Ontario is trying to eradicate bullying in schools


The Province is working to eradicate bullying in schools in Ontario.

According to the Centre for Addiction and Mental Health, 21 per cent of students in grades seven to 12 in Ontario said they have been bullied at school.

In response, the Province has implemented a survey intended to gain a better understanding of the issue, ideas on how to better prevent and report bullying, and new ways to make schools safer.

“Bullying is far too common in our playgrounds, schools and communities across Ontario,” Stephen Lecce, Minister of Education, said in a news release.

“That is why our government is taking decisive action to ensure every person regardless of their faith, heritage, orientation, race or income, is protected and respected. Every child deserves to learn in a safe and inclusive school, that is why we are empowering students to have a voice,” he continued.

Since November 2019, the government has launched five programs to combat bullying, including investing $3.18 million to go towards programs, partnerships and services that help to promote a positive school climate, support healthy relationships, build empathy and address bullying and cyberbullying.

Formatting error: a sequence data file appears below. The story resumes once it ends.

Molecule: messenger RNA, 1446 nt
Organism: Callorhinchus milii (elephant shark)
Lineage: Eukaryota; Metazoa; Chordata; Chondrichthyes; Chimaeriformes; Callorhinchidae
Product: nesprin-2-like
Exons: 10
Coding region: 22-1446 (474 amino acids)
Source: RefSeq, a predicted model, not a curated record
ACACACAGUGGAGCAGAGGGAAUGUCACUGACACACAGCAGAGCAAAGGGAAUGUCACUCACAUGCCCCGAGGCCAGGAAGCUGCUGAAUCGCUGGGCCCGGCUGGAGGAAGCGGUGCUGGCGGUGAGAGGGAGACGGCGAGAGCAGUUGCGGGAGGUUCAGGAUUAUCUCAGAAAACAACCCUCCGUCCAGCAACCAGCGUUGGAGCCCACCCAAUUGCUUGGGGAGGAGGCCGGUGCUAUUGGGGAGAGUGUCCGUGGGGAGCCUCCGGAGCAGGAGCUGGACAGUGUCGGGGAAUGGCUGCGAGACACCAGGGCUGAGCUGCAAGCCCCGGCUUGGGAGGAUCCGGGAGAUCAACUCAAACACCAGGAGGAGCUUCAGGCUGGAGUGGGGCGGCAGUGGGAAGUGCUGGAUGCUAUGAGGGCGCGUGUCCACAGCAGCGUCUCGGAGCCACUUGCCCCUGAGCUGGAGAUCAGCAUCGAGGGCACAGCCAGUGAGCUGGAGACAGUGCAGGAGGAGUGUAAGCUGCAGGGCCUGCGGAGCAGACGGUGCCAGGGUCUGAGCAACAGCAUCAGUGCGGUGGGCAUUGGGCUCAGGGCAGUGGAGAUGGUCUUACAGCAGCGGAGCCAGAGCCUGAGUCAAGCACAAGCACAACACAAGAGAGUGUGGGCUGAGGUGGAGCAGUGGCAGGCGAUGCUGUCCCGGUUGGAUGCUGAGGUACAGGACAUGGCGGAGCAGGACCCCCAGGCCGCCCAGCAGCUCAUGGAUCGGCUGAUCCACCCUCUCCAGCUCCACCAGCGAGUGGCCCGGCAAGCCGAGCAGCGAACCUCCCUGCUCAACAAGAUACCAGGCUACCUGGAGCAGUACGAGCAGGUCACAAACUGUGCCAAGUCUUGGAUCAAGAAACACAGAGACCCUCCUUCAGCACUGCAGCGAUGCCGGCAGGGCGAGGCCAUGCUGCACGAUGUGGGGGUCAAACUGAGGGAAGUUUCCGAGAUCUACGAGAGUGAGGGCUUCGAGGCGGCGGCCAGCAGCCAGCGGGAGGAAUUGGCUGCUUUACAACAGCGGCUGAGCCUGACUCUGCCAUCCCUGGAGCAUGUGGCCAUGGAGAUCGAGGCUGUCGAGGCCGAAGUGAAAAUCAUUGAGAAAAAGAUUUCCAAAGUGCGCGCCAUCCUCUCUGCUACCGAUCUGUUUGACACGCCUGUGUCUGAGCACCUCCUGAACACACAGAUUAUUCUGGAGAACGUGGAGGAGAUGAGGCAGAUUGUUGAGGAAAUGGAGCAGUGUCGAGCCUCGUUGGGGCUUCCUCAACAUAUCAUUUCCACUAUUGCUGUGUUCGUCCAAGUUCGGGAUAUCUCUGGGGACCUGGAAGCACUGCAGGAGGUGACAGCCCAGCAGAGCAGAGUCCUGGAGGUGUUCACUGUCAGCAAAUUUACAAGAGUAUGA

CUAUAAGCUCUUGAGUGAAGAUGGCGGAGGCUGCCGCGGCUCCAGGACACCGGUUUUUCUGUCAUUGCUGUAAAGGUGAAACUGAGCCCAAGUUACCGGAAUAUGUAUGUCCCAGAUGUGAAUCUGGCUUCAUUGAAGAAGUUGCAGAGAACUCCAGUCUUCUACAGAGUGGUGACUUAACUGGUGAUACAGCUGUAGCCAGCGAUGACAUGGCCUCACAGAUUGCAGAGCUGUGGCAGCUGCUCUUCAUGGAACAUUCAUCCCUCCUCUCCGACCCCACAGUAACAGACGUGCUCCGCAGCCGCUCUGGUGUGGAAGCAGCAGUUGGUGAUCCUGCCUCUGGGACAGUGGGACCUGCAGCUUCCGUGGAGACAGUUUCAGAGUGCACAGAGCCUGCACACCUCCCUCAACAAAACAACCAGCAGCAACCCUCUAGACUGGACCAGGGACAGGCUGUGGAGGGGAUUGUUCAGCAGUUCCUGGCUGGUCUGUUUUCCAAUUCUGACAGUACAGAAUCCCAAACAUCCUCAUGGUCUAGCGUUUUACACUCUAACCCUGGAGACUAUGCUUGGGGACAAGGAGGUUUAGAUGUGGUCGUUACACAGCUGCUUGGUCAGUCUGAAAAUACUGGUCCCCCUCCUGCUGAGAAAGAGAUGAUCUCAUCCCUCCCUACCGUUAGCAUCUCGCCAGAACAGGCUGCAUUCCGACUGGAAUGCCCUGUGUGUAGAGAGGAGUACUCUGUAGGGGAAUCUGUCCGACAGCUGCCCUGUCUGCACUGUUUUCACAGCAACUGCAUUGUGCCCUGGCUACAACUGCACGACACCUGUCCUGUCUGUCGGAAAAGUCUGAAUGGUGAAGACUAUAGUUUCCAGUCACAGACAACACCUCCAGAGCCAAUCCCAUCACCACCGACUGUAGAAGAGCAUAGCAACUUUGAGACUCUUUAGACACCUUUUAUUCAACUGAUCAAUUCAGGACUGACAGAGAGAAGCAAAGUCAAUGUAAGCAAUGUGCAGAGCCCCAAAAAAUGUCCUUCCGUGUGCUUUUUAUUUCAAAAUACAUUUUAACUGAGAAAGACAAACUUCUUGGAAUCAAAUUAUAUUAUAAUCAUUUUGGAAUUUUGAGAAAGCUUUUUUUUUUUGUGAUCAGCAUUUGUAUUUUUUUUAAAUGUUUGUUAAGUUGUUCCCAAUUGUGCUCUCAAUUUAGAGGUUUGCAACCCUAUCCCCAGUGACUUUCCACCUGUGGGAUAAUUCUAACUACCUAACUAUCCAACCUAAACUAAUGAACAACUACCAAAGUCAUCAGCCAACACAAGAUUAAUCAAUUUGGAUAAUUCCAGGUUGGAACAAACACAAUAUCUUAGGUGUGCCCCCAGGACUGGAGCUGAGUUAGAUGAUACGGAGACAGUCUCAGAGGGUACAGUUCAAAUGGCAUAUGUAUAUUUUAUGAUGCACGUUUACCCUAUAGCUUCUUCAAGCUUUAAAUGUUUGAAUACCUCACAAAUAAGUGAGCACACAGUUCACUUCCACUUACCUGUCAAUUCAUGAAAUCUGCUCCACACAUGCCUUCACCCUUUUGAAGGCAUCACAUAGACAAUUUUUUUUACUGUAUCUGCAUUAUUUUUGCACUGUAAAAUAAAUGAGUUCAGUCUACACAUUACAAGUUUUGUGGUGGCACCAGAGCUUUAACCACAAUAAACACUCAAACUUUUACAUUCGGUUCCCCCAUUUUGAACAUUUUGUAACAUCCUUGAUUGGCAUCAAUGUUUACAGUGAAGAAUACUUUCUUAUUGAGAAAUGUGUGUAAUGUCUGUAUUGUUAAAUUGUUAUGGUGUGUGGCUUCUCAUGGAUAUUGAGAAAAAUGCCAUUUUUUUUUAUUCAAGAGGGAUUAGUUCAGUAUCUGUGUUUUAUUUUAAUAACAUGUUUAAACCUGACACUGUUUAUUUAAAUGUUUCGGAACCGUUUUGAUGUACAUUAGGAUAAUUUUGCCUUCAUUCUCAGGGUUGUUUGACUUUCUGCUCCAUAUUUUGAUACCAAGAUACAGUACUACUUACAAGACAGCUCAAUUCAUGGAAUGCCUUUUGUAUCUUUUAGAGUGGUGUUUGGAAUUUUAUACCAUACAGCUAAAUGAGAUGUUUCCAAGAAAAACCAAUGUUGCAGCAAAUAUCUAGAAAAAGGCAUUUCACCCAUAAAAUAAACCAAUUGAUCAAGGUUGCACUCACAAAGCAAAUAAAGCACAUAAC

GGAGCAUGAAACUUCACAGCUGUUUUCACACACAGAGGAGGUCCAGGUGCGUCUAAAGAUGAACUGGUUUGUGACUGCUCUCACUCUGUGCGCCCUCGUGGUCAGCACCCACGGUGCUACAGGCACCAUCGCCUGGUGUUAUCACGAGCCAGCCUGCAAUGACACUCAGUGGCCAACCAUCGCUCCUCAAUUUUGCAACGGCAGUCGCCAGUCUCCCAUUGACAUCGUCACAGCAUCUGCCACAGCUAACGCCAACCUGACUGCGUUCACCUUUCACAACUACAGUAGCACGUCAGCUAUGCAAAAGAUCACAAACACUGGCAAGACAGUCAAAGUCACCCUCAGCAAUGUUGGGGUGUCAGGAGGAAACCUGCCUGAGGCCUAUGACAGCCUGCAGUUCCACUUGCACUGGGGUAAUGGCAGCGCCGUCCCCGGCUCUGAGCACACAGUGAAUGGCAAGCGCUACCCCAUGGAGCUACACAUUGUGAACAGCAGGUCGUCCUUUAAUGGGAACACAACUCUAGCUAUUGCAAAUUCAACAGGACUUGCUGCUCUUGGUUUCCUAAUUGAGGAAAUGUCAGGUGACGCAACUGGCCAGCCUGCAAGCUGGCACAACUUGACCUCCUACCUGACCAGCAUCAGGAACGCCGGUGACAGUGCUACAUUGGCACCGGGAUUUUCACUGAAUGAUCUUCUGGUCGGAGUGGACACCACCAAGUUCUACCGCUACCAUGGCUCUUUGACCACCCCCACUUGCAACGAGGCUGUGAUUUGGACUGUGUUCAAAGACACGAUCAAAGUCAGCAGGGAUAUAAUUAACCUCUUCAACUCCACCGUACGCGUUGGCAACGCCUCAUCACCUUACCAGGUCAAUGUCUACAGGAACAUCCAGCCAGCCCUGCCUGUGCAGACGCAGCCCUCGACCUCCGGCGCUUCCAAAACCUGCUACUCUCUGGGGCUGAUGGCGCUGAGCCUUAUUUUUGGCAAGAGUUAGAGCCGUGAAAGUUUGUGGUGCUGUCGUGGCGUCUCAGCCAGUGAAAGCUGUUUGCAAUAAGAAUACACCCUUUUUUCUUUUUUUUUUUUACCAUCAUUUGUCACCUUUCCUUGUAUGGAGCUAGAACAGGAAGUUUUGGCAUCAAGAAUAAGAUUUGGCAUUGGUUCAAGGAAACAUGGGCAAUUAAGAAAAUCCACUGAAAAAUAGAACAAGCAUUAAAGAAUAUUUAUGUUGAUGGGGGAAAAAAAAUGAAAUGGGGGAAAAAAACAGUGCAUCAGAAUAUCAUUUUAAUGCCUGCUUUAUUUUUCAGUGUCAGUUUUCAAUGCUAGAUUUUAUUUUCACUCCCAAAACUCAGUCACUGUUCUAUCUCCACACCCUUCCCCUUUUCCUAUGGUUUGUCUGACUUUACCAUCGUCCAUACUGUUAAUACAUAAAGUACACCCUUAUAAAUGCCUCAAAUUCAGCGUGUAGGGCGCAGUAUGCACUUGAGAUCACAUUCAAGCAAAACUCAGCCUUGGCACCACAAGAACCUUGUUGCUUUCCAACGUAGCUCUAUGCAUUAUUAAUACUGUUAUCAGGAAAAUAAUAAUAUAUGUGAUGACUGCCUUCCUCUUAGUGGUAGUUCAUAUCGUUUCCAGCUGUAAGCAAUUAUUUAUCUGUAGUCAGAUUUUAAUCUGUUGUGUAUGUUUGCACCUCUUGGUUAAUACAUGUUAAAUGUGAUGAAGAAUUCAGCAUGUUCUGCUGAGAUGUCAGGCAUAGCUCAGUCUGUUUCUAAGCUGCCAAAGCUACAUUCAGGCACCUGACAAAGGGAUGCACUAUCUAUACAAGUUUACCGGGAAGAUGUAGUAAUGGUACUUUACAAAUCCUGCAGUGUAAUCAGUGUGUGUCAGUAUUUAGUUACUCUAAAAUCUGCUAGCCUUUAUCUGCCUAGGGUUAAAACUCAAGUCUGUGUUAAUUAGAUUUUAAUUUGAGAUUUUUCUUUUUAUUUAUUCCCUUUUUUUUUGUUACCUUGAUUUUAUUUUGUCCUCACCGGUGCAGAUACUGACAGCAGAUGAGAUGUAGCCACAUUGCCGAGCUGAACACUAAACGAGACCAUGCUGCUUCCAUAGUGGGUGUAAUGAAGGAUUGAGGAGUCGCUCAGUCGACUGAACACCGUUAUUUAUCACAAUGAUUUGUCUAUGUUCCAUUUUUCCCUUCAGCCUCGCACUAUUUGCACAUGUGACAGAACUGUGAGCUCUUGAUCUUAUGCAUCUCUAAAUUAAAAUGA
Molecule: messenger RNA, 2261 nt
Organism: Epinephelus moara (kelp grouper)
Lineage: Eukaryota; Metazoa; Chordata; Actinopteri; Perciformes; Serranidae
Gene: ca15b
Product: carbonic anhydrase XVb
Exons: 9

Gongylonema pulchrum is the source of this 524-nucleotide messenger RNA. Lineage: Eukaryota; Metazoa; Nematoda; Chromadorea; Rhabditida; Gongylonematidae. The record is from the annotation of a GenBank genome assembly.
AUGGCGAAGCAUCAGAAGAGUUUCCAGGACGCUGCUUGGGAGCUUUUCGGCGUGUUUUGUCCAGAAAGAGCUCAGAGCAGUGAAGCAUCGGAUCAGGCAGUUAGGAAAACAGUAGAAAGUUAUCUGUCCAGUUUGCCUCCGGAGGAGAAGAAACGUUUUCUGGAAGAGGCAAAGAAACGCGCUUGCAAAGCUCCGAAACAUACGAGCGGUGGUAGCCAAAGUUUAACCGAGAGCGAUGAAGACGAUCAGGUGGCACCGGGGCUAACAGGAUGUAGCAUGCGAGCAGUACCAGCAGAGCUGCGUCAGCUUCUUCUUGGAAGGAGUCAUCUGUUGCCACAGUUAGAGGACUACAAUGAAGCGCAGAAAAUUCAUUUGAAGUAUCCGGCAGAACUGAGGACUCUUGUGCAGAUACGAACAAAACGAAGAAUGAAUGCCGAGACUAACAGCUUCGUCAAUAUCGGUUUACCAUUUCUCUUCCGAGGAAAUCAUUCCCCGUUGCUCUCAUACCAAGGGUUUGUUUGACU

Additionally, the government has changed the Health and Physical Education curriculum for grades one through eight to now include mandatory learning about online safety, cyberbullying, cybersecurity, and privacy.

It will also teach students how to build and support healthy relationships, and develop skills to identify, prevent, and resolve issues that may lead to bullying.

Further, the Province is investing $3.8 billion over the next 10 years to create new mental health and addictions services and expand existing programs.

“In order to prevent bullying in our schools, we need to be aware of what’s happening at the classroom level,” Christina Mitas, Member of Provincial Parliament, said in the same release.

“The online survey will help us better understand the ways in which bullying manifests in classroom settings. This will assist us in framing the problem and designing more effective programs - ones that will keep our children safe,” she continued.

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